Scientists set off on yeti hunt
A group of Russian and American scientsts are this week off to Siberia to evaluate evidence for the existence of the yeti - and to go and look for one themselves.
Scientists at the Moscow-based International Center of Hominology say that yeti sightings have increased three-fold over the last 20 years. In the areas of most sightings, Altai and neighboring Kemerovo, footprints and 'nests' have been found.
"In spite of the abundant testimonial and substantive evidence for the existence of homins, mainstream scientific institutions pay no attention to this subject, while few scientists who are bold enough to take it seriously are subjected to ridicule and ostracism," says the Center.
"The struggle for a new discipline in science is going on."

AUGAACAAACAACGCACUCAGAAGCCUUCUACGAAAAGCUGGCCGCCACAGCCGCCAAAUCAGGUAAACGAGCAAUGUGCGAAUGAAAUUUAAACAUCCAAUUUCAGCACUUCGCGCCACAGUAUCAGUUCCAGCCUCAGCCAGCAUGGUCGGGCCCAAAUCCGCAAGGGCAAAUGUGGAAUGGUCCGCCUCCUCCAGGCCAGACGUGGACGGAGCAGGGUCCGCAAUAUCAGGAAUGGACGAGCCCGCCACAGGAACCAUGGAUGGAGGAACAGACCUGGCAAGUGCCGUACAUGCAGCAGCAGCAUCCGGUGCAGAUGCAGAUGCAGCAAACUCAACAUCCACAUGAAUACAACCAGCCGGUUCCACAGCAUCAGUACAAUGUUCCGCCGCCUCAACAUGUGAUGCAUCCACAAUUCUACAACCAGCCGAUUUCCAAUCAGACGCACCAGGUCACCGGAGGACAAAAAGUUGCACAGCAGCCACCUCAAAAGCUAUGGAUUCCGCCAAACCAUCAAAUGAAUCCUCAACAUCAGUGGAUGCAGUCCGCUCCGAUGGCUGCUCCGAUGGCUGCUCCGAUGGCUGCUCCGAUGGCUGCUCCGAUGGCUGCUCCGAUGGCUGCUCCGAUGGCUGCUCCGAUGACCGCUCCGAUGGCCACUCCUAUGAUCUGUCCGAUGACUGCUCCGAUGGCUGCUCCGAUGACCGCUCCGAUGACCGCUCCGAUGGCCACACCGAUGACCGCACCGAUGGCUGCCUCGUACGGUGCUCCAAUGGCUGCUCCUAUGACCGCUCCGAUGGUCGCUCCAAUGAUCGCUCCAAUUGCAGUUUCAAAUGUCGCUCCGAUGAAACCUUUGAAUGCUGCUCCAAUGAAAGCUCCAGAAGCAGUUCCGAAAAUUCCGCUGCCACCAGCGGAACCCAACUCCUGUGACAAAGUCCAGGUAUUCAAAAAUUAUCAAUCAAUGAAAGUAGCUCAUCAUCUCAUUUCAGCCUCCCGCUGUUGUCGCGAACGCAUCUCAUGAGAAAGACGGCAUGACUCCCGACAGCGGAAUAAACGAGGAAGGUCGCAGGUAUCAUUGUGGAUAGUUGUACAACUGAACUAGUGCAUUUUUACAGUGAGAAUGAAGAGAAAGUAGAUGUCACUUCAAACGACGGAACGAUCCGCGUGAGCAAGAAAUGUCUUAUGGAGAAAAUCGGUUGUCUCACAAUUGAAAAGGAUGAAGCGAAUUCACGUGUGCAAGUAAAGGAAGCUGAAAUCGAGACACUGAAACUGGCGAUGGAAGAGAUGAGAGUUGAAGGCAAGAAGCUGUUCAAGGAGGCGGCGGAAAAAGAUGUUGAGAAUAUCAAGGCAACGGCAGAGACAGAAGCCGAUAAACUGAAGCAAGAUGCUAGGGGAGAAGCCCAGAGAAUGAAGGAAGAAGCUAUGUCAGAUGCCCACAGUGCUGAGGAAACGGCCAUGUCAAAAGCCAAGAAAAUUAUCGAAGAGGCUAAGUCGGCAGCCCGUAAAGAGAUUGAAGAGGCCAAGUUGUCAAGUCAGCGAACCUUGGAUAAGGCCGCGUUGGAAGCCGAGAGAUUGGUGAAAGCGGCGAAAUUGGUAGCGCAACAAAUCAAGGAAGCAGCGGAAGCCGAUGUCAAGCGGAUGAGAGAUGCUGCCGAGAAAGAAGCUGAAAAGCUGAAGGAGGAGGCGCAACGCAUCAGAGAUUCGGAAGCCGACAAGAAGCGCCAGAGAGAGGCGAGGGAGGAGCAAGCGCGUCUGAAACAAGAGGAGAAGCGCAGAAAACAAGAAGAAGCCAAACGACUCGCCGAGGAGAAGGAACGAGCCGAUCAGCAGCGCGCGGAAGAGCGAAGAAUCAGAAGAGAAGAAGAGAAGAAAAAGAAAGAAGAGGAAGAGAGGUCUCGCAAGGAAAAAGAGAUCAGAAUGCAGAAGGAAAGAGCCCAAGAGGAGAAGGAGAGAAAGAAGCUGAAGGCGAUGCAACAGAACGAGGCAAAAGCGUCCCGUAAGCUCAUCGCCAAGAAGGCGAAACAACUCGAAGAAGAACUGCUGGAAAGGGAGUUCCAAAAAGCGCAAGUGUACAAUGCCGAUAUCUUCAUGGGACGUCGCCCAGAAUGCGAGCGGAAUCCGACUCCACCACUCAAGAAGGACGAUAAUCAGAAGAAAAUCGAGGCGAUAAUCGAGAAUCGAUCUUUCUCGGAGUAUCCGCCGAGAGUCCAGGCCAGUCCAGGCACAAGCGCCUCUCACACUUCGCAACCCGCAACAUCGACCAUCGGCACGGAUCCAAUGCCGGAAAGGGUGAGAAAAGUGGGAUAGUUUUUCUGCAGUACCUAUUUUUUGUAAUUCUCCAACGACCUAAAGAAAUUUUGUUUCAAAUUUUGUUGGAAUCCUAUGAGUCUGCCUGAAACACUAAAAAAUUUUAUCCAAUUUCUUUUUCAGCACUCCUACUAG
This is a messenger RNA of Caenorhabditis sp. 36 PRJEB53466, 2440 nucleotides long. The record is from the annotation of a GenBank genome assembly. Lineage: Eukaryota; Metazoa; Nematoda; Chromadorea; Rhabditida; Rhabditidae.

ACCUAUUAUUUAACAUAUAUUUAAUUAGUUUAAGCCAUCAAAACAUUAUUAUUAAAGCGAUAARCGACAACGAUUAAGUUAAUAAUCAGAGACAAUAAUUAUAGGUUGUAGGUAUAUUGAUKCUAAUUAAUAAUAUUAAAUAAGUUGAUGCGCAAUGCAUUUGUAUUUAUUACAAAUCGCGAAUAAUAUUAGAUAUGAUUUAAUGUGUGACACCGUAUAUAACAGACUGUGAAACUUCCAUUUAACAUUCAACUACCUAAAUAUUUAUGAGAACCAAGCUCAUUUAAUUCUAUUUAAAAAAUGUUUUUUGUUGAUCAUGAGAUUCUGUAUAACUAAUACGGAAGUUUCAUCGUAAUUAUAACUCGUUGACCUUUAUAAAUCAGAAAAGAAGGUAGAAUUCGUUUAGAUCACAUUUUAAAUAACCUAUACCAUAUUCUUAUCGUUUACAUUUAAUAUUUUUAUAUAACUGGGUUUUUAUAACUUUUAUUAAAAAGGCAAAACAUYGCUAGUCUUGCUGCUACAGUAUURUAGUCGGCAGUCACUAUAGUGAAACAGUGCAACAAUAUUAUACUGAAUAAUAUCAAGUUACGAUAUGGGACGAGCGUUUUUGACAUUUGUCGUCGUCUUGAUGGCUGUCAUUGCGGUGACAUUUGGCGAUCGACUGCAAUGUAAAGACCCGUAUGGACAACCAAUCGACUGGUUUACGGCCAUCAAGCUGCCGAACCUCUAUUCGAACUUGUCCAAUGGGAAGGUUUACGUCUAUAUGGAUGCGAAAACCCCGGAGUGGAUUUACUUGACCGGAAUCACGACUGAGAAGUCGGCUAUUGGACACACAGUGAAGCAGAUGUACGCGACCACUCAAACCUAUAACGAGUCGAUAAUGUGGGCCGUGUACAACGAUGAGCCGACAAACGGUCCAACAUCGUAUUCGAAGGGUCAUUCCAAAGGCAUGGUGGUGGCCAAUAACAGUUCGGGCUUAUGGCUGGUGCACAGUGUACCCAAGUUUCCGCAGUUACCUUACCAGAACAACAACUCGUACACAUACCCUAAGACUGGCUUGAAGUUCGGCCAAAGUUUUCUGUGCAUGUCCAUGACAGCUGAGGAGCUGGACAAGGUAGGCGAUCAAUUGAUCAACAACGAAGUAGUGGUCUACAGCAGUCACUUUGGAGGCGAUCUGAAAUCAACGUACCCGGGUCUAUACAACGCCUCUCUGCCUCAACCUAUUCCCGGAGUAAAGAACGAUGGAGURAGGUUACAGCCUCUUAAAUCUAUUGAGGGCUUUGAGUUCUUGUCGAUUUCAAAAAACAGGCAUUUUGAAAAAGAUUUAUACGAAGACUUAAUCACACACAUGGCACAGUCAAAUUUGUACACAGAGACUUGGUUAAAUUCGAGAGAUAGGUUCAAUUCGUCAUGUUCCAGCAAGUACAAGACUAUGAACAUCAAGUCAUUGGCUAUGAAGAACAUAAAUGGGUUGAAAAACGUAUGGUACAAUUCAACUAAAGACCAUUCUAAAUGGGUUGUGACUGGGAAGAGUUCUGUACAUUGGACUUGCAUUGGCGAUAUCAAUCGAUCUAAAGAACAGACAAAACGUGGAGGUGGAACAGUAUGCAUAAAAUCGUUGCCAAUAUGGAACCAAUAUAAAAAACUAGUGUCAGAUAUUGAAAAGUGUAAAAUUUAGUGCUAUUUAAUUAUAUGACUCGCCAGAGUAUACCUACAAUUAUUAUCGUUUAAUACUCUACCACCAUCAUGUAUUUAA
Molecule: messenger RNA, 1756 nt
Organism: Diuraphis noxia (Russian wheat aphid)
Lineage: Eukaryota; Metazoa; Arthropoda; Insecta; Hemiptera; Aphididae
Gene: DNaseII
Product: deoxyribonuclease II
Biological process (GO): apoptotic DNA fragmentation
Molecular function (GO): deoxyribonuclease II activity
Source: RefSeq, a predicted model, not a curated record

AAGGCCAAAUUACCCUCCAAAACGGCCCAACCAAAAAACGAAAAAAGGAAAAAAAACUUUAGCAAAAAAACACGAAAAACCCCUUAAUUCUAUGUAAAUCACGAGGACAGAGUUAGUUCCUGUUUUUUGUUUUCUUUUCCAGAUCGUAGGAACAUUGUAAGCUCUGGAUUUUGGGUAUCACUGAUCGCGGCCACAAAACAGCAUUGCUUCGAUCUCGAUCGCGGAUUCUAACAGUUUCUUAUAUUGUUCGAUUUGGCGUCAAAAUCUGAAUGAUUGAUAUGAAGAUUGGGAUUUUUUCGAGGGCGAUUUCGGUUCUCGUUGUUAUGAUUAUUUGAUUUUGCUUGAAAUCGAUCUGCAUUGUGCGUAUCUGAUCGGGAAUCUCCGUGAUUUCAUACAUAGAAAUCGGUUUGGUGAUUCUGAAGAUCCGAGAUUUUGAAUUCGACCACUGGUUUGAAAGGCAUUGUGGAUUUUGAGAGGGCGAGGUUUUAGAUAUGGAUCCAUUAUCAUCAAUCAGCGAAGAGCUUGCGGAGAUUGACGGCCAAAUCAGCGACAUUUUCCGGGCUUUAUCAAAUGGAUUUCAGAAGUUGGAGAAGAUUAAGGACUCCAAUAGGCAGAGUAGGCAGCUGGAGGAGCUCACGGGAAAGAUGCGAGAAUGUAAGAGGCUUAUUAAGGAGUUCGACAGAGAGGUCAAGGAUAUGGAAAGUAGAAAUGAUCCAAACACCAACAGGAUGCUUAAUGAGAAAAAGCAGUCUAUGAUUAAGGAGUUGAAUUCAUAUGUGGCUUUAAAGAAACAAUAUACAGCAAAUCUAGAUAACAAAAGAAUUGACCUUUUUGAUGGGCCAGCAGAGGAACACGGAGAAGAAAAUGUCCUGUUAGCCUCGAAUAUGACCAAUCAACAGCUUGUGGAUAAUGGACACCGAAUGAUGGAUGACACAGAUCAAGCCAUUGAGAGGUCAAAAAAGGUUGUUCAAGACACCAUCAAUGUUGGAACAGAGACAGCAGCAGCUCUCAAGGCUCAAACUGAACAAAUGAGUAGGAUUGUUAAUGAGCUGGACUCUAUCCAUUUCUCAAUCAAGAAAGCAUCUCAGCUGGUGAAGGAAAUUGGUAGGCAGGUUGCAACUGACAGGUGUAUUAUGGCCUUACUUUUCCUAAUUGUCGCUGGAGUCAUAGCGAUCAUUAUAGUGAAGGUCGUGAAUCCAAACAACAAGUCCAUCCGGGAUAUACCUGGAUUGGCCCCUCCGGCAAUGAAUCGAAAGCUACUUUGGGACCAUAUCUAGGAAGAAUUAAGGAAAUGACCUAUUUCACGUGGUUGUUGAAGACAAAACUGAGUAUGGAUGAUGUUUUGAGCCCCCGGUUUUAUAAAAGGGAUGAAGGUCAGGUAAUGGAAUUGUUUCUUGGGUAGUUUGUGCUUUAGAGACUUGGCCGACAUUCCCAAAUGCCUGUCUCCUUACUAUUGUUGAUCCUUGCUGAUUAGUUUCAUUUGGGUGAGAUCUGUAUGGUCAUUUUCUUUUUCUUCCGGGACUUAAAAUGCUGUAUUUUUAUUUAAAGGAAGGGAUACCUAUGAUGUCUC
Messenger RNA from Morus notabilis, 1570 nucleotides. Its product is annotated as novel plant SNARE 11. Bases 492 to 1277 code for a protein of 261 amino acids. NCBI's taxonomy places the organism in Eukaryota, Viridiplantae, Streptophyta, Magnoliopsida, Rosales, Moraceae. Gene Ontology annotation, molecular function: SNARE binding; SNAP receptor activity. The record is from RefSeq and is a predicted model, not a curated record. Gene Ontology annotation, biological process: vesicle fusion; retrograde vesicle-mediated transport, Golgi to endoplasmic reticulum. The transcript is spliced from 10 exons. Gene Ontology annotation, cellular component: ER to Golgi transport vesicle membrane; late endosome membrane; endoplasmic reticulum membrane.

At the conference, to be held in Tashtagol in Kemerovo, scientists from Russia, the US, Canada, Sweden, Estonia, Mongolia and China will discuss the evidence for the creature's existence.
The Center's head, Igor Burtsev, suggests they're Neanderthals which eascaped the fate of the rest of their kind, and says there may be as many as 30 living in Kemerovo.
Part of the group will sally forth themselves to look for the elusive creatures. It'll be the first formal expedition to do so since 1958.